Tennesseans may legally have loaded weapons in their vehicles, Detective Sgt. Dan Goodwin says.
“The problem is they’re leaving them in cars at night and often those cars aren’t locked,” Goodwin said. “Another problem is failure to maintain records.”
RCSO took reports of 106 guns stolen since Jan. 1 and owners didn’t have serial numbers available for 63.
“There’s a near zero chance of recovery without serial numbers,” Goodwin said. “Folks should log serial numbers and photograph all valuables including their weapons.”
This includes getting serial numbers off expensive telescopic sights, red dot optics, rangefinders and spotting scopes.
Serial numbers for stolen vehicles, weapons and other property are entered into the National Crime Information Center database to help locate stolen firearms and other property.
“Most burglars steal to feed drug habits and swap guns for narcotics,” Goodwin said. “So these guns wind up on the street where they may be used in robberies and murders.”
It’s not just guns. Many people routinely leave large amounts of cash and expensive electronics in their cars.
• Have bright security lights and leave them on all night.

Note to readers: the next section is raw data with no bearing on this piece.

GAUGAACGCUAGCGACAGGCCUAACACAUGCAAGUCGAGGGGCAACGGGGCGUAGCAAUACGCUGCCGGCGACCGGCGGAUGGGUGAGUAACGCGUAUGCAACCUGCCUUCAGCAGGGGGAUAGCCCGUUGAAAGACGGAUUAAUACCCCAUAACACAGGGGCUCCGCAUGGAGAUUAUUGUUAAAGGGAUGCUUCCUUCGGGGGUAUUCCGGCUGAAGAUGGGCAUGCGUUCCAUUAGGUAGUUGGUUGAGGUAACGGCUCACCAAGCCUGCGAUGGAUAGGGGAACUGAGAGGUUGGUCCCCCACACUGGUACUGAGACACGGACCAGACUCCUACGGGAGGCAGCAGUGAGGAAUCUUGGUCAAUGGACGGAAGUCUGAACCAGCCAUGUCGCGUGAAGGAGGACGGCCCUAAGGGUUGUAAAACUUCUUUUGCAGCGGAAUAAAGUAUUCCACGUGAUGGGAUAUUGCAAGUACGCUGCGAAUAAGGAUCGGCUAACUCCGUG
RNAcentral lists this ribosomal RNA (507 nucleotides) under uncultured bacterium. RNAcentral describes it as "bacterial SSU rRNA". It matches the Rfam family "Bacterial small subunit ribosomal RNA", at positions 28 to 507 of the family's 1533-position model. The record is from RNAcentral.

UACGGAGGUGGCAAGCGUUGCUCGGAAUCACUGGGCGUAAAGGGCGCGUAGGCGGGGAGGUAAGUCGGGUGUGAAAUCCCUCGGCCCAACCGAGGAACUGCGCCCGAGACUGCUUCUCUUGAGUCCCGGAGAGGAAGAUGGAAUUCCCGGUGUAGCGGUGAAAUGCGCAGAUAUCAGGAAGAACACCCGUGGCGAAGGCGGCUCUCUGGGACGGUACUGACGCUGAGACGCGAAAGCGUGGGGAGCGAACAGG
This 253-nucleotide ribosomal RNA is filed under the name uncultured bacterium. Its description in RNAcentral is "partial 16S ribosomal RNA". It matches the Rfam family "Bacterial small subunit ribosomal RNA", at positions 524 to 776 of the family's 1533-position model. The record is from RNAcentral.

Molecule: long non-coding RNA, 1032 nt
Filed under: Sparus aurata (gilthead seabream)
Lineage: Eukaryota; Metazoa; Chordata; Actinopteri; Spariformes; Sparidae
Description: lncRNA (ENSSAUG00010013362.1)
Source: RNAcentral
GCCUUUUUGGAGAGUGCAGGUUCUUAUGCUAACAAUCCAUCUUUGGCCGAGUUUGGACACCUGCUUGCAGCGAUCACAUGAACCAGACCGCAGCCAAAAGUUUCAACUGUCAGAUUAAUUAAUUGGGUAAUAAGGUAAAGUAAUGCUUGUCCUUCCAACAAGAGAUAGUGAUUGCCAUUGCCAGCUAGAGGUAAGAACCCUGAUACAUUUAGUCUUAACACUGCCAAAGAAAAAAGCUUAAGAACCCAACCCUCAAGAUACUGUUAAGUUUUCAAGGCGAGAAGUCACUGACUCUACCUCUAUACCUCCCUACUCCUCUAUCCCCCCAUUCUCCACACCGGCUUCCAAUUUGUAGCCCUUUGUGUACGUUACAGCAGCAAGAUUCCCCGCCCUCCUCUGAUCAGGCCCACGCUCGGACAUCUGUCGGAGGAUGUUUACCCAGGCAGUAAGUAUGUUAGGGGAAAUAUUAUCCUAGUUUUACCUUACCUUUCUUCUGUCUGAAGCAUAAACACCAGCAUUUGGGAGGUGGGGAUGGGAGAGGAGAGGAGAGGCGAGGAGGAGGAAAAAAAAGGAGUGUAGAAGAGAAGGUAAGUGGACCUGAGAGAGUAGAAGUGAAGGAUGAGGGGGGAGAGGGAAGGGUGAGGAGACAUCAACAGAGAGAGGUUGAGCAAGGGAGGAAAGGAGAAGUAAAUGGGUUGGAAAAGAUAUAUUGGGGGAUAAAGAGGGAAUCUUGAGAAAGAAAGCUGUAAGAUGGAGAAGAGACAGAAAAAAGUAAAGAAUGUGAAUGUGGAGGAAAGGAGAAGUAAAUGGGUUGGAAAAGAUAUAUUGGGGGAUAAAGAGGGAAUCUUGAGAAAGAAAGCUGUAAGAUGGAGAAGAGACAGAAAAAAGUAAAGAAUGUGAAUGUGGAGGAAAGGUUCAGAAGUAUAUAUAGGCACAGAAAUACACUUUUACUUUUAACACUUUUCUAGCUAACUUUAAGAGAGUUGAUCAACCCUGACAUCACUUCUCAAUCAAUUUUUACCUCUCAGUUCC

• Close and lock garage doors.
• Bring all valuables into the house. Always lock and alarm their vehicles and homes.
• Make homes and vehicles hard to enter.
• Get a heavy, high-quality safe bolted to the floor to keep guns, jewelry and cash in your home.
• Consider a video security system inside and out. Video security can be simple as a hunter’s infrared game camera.
• A locked driveway gate on rural homes is always a good idea.
• Brief your family on what to do if they see suspicious persons or activity.
“Our victim in one case told us his son saw a man and woman in the backyard at about 4:30 in the morning, hours before the crime was discovered,” Goodwin said. “Young folks need to be told ‘If you see something, tell your folks or law enforcement fast.’”
Photo: Evidence Cpl. Robert Dowell checks out some of the stolen firearms stored at the Sheriff’s Office.